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International relations

Moon reshaping South Korea's military relations with US

New president vows to regain control of his country's armed forces

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South Korea's newly elected president, Moon Jae-In, speaks during a press conference at the Blue House in Seoul on May 10.   © Reuters

SEOUL -- South Korean President Moon Jae-in wants to know why his Ministry of National Defense failed to inform him of four additional launchers being brought into the country for the controversial U.S. THAAD anti-missile system.

A report from the ministry made no mention of the additional launchers, triggering Moon's ire and subsequent probe.

The Terminal High Altitude Area Defense system -- operated by the U.S. military -- was installed by Moon's predecessor, Park Geun-hye, to shield the country against a possible North Korean missile attack.

The order launching the probe, issued by Moon on May 30, appeared abrupt but reflects Moon's view on the U.S. forces stationed in South Korea over the past 11 years.

Launcher for the Terminal High Altitude Area Defense system, or THAAD, deployed in South Korea   © Yonhap/Kyodo

According to findings of the probe released on June 5, a lieutenant general in charge at the ministry had issued instructions for dropping any mention of the four THAAD launchers from the report.

This is anathema to Moon, who campaigned on a platform of government transparency, criticizing the Park administration as a "closed room." Still, it is extremely unusual for Moon or any other president to disclose a potentially embarrassing issue such as this and announce any pertinent investigation at a press conference.

Moon's motives

Observers have speculated that Moon may be trying to distract public attention away from the misdeeds of previous government leaders. Or that his move may be a gambit to pave the way for drastic military reform.

But a closer look at what Moon wants to accomplish during his five-year term reveals different possible motives.

South Korean President Moon Jae-in, left, was an aide to former President Roh Moo-hyun. Moon hopes to pursue the policy of military independence that Roh initiated.   © courtesy of Moon's camp

Moon said in a May 31 speech that South Korea should try to become a stronger maritime nation, a reference to his intent to sharply increase spending on the country's navy. Moon has made no secret of his desire to become militarily independent of the U.S. as soon as possible, and a stronger navy would help further this goal.

During the Korean War, South Korea ceded authority over its military to the U.S. The country has yet to get it back.

Under the present framework, should the U.S. and South Korea agree on a danger to the country requiring a military response, some 630,000 South Korean troops would be placed under U.S. command.

Former South Korean President Roh Moo-hyun initially pledged to regain control of the military. In 2007, he forged an agreement with the U.S. to have the country take command of the armed forces in April 2012.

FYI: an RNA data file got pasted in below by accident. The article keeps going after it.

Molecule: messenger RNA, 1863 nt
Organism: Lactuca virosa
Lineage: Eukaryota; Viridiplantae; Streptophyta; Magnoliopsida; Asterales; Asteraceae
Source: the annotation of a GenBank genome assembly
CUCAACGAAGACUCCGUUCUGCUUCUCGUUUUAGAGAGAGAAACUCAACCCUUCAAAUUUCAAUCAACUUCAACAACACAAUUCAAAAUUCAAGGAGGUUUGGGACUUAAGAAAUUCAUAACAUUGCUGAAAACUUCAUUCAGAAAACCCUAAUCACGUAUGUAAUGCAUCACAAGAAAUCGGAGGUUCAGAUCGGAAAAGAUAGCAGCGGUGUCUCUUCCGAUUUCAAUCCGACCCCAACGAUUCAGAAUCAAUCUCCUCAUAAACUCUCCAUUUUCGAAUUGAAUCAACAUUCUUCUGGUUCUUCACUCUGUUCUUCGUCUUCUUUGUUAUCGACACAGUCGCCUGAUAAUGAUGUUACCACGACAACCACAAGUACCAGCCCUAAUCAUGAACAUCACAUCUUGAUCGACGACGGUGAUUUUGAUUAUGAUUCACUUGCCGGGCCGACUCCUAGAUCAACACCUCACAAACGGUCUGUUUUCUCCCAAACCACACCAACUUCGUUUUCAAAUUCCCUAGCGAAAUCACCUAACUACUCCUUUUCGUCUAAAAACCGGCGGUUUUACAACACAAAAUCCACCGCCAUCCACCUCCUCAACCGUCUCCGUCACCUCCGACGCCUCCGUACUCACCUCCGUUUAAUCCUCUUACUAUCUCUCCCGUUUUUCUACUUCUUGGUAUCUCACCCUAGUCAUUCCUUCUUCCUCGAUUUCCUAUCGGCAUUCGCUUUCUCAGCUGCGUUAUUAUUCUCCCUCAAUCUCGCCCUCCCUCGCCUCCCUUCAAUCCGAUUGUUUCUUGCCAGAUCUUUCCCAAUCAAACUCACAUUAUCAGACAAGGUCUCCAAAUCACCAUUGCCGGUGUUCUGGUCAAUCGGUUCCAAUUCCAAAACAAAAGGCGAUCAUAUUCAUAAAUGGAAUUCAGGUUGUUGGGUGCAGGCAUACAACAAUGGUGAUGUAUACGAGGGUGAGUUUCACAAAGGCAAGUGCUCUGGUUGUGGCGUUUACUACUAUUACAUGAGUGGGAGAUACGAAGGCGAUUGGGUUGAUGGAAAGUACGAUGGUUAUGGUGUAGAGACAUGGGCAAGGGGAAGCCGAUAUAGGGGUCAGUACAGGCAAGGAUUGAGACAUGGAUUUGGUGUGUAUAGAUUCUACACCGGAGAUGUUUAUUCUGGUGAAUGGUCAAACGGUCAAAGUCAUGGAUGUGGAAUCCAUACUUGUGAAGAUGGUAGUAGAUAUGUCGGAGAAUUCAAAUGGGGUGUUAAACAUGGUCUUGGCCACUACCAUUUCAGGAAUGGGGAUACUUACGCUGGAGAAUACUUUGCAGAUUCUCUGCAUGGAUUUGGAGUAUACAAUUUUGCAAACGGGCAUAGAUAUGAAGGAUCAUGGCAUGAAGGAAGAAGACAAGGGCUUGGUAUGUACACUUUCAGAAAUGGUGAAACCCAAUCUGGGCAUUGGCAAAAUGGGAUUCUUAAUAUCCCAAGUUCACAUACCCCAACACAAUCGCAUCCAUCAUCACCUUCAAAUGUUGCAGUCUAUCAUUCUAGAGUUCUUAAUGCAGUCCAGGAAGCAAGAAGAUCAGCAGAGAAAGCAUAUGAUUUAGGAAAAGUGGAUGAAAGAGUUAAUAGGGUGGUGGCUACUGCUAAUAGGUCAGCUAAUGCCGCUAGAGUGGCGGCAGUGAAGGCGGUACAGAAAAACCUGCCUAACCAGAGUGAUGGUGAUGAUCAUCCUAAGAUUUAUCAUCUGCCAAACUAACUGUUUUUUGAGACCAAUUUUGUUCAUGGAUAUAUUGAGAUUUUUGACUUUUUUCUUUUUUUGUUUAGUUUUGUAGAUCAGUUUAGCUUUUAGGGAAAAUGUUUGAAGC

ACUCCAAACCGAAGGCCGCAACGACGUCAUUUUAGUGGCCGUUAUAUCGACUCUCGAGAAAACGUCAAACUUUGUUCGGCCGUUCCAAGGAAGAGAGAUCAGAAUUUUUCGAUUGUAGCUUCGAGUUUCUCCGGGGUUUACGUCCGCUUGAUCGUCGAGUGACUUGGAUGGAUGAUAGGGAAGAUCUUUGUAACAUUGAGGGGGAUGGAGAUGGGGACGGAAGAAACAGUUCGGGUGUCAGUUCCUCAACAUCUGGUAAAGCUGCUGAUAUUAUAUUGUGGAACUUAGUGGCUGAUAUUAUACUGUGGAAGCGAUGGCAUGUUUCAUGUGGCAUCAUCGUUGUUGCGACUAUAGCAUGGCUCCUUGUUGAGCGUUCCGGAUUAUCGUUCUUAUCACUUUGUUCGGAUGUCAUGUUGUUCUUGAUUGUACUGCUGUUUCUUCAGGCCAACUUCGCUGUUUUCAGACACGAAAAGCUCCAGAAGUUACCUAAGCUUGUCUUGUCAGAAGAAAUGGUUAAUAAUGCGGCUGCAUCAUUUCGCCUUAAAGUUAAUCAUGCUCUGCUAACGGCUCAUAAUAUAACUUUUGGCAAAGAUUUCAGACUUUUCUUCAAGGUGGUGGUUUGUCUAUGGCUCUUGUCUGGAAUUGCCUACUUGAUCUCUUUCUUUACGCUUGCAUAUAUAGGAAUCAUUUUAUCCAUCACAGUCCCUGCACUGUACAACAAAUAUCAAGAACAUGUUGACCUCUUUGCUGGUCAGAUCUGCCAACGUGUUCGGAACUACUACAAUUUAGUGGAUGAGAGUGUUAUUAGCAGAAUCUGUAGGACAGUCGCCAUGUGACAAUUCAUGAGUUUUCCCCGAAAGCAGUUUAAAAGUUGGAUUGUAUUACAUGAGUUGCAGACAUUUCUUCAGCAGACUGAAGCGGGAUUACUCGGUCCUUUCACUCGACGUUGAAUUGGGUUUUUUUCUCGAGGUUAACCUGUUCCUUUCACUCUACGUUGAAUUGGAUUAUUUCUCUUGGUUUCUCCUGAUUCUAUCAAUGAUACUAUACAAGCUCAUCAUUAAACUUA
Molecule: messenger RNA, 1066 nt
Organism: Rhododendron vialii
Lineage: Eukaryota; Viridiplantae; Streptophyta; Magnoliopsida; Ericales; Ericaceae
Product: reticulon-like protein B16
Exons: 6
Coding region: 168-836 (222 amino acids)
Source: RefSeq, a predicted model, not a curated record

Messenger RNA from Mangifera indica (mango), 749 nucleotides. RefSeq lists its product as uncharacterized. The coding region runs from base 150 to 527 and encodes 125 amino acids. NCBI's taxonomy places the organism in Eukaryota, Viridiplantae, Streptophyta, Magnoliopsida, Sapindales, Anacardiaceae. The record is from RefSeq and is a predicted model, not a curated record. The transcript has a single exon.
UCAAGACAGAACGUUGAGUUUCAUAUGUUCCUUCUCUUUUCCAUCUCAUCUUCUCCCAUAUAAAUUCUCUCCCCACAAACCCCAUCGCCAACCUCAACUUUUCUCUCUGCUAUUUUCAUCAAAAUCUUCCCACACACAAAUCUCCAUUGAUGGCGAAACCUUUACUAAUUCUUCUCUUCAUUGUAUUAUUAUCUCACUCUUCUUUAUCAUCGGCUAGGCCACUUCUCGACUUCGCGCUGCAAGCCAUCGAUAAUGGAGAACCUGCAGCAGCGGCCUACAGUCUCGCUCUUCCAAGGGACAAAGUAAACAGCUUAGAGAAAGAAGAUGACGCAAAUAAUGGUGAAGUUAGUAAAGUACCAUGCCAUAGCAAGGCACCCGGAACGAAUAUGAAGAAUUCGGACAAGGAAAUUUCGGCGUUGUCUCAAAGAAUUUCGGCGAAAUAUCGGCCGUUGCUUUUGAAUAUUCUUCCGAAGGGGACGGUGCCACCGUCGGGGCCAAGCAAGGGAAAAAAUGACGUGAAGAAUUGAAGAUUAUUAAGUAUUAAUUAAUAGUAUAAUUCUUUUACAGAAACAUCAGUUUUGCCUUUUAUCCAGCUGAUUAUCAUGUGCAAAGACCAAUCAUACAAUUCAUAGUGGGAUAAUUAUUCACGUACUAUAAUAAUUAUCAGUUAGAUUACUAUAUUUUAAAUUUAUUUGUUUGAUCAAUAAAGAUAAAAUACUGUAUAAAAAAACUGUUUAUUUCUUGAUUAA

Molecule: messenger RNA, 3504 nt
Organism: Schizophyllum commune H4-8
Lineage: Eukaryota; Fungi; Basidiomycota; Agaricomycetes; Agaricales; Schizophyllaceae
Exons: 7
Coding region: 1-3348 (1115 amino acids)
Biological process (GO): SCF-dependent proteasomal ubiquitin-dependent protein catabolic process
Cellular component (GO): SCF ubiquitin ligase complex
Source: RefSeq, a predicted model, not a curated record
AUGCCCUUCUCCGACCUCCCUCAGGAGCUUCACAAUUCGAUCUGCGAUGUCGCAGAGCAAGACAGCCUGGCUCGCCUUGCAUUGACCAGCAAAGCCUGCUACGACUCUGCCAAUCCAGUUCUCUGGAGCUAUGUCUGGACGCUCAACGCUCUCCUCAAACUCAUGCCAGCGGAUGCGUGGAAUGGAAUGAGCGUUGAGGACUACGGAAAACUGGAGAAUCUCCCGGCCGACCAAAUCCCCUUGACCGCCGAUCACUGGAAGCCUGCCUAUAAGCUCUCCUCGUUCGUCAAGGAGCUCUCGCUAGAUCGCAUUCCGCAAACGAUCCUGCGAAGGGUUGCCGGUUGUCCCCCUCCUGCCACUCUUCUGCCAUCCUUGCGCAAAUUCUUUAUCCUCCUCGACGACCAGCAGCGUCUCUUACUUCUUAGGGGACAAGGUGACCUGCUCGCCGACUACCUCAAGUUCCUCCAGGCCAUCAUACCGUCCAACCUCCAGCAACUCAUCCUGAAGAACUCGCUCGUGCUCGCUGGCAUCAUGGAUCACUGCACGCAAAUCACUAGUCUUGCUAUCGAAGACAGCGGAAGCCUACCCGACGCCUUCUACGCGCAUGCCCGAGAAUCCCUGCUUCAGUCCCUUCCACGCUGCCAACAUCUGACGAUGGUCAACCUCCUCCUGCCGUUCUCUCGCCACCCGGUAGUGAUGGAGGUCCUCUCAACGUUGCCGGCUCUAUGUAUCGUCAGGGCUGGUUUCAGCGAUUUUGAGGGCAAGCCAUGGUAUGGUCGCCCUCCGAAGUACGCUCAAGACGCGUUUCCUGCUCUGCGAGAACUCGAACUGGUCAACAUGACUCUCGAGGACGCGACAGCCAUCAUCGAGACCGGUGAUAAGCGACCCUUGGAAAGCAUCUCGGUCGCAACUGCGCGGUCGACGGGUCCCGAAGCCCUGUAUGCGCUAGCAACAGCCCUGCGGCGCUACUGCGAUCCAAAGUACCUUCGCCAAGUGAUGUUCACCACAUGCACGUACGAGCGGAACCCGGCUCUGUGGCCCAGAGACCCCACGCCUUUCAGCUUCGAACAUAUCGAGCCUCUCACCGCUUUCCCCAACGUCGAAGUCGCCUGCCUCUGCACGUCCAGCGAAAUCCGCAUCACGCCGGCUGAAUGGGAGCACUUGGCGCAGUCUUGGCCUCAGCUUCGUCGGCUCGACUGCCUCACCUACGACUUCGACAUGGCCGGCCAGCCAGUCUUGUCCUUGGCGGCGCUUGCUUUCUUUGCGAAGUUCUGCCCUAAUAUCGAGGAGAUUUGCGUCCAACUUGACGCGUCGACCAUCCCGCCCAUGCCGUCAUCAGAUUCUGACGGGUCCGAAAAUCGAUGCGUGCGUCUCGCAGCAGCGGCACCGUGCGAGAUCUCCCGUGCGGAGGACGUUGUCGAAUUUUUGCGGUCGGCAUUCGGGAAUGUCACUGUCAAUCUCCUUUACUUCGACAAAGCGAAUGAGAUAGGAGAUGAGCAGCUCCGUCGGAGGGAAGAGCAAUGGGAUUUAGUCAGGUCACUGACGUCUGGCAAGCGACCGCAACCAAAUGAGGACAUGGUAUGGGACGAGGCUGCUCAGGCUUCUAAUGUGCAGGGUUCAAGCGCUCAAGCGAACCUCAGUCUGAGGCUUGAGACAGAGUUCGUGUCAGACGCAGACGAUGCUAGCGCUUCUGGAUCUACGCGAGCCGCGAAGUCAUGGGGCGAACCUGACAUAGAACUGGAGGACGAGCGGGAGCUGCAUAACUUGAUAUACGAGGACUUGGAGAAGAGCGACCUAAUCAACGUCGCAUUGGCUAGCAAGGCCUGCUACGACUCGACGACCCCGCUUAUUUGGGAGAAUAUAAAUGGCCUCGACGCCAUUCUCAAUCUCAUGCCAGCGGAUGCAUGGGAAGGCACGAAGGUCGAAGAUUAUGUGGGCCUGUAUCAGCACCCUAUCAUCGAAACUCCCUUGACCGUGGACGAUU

But when Lee Myung-back became president in 2008, the transfer was pushed back to December 2015 out of concern for South Korea's military capability. It was postponed indefinitely under the Park administration.

Moon witnessed the 2007 accord as an aide to Roh, and during his presidential campaign said he would accomplish "all dreams" that escaped Roh.

Full control

Moon wants South Korea to have its own Korea Air and Missile Defense system instead of depending on the U.S. system. He has also said that South Korea should maintain its own fleet of nuclear submarines.

Although Moon ordered a probe into the additional THAAD launchers, he is not demanding that the U.S. remove the radar and two launchers that were initially installed. Analysts say that Moon's order is the first step toward establishing South Korea's own national defense, while sending a not-so-subtle message that the president is not bound by the same subservience to the U.S. that shackled his predecessors.

Letting the U.S., China and North Korea -- as well as public opinion -- direct South Korean diplomacy involves risks.

On May 31, U.S Senate member Richard Durbin was informed of Moon's investigation while in South Korea. He asked the president for an explanation. Moon replied that he would decide what to do after assessing the environmental impact of THAAD and after deliberating with Parliament. The president asked the U.S. to understand his decision, stressing that his order was a domestic issue; not one intended to reverse past decisions or signal a drastic change in relations.

Durbin emphasized that THAAD is aimed at defending not only the U.S. forces in South Korea, but also the country and its people. The senator told Moon that if South Korea does not want THAAD, the U.S. will use the $923 million spent on its deployment for other purposes, according to Yonhap News Agency.

Jeff Davis, chief spokesman for the U.S. Department of Defense, told reporters on May 30 that deployment of THAAD was progressing in a transparent manner. Denying any problem regarding Washington's provision of information to Seoul, Davis noted that there was no change in the deployment plan under the Moon administration.

South Korea observers pointed out that a tug of war is starting in the Moon administration, pitting a group of former diplomats who want to maintain the status quo versus liberal presidential aides who prioritize reconciliation with North Korea.

The U.S. government is taking a wait-and-see stance on the current struggle, said a diplomatic source in Seoul. At the same time, Washington is wary of South Korea's new reformist government.

Moon will meet U.S. President Donald Trump for the first time in late June.

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